AdvaMed, which has applauded some recent efforts to repeal the device tax, saw a bleaker picture. Nearly 40 member companies reported that the tax forced 14,000 layoffs, and big reductions in R&D and start-up company investment.

That last bit is troubling — and may be with us for awhile.

downward trend

A recent survey by EP Vantage (EP) found 2013 to be one of the worst on record in terms of mergers and financing activity which “could contribute to a lack of innovative devices in future.”

The recent past doesn’t look so hot, either, according to EP. Last year, the FDA approved just 23 innovative devices, that’s down 44% from 2012.

“The increasingly stringent FDA approval process means that devices tend to gain European approval around three to five years before they reach the US market.” But wait, the bad news gets worse. Proposed changes in the EU approval system might throw a spanner in the works there, too, EP warns.

Still, there’s a potential silver lining: If EU approval gets significantly tougher, it could put pressure on the FDA to continue efforts to speed things back in the 50 states. “To its credit, FDA is aware of this [potential EU approval slowdown] and is weighing options to combat it [including] the new de novo pathway, a swifter review process for low-risk devices intended for unmet needs.”

FDA weighing some changes is good news for the device industry. Until then, its the medical device industry struggling under the increasingly heavy burden.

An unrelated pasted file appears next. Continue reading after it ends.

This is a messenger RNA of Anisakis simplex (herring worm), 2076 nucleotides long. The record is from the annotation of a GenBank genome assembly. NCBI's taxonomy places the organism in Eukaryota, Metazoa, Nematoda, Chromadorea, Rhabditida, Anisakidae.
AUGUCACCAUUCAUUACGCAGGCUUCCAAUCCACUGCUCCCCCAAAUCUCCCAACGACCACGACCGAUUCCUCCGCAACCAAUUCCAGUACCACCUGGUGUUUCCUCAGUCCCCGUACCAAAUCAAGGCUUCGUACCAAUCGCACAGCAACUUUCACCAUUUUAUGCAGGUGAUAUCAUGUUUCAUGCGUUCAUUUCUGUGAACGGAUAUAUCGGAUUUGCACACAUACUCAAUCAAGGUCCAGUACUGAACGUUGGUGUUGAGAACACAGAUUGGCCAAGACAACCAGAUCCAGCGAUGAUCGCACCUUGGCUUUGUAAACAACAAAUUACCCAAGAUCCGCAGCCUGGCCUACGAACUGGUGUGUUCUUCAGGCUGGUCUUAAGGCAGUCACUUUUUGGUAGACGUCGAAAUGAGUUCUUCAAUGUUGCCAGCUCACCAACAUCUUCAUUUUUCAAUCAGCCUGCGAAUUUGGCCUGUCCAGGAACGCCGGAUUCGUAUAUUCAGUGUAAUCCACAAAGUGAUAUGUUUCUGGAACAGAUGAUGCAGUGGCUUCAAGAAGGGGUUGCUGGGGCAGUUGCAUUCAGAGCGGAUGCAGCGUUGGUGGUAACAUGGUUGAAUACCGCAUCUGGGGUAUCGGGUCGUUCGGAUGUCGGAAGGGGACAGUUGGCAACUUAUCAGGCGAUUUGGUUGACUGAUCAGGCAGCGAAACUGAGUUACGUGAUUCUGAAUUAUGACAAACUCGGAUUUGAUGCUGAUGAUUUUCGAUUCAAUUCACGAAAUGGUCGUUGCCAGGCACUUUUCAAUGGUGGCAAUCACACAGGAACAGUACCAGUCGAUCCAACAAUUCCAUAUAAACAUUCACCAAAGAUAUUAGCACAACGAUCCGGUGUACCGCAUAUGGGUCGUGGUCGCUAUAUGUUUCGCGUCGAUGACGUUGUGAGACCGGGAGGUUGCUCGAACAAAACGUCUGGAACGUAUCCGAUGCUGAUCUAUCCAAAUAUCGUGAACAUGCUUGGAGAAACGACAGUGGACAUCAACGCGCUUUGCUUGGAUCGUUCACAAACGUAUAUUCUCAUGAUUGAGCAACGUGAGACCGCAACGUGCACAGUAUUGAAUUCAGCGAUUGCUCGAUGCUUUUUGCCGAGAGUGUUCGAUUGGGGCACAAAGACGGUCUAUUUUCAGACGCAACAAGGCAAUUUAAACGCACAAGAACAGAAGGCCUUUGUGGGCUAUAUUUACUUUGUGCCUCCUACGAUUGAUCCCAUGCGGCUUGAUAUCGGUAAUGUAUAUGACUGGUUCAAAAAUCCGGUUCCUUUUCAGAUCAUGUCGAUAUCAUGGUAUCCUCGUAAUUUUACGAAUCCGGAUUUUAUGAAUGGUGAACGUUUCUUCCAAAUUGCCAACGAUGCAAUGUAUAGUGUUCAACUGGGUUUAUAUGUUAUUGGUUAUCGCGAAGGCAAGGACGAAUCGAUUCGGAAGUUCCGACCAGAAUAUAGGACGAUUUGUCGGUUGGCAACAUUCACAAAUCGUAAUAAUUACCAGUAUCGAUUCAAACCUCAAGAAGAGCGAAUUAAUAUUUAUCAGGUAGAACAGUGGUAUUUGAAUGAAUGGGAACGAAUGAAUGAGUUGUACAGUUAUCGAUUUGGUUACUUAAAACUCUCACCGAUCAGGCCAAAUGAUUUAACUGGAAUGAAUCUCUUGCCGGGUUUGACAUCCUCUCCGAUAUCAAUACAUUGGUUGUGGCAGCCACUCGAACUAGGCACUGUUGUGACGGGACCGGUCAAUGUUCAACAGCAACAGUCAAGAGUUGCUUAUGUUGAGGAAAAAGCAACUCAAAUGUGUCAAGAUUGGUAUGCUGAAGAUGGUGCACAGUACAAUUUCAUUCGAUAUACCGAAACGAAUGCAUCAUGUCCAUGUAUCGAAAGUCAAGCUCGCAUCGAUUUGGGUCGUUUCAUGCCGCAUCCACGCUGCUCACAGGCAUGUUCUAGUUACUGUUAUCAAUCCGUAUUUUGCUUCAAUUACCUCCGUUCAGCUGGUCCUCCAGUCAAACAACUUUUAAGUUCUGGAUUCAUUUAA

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The Six C’s of Complaints Management Best Practices for Life Sciences

Jeff Mazik, Vice President, Life Science Solutions, AssurX

Jeff Mazik, Vice President, Life Science Solutions, AssurX

Companies in the Pharmaceutical, Medical Device, and Biotech industries must meet many regulatory requirements for a number of regulatory agencies. Chief among these are requirements from the FDA, as well as from ISO, plus they must meet expectations from a number of other regulatory agencies, depending on the particular market. Implementing best practice solutions for a company’s quality processes is essential to insure compliance and quality for the organization.

When it comes to Complaints Management, a best practice approach can be summed up into the Six C’s of Complaints Management. These six terms help identify the areas that need to be addressed when initiating a best practice complaints management system.

The Six C’s are: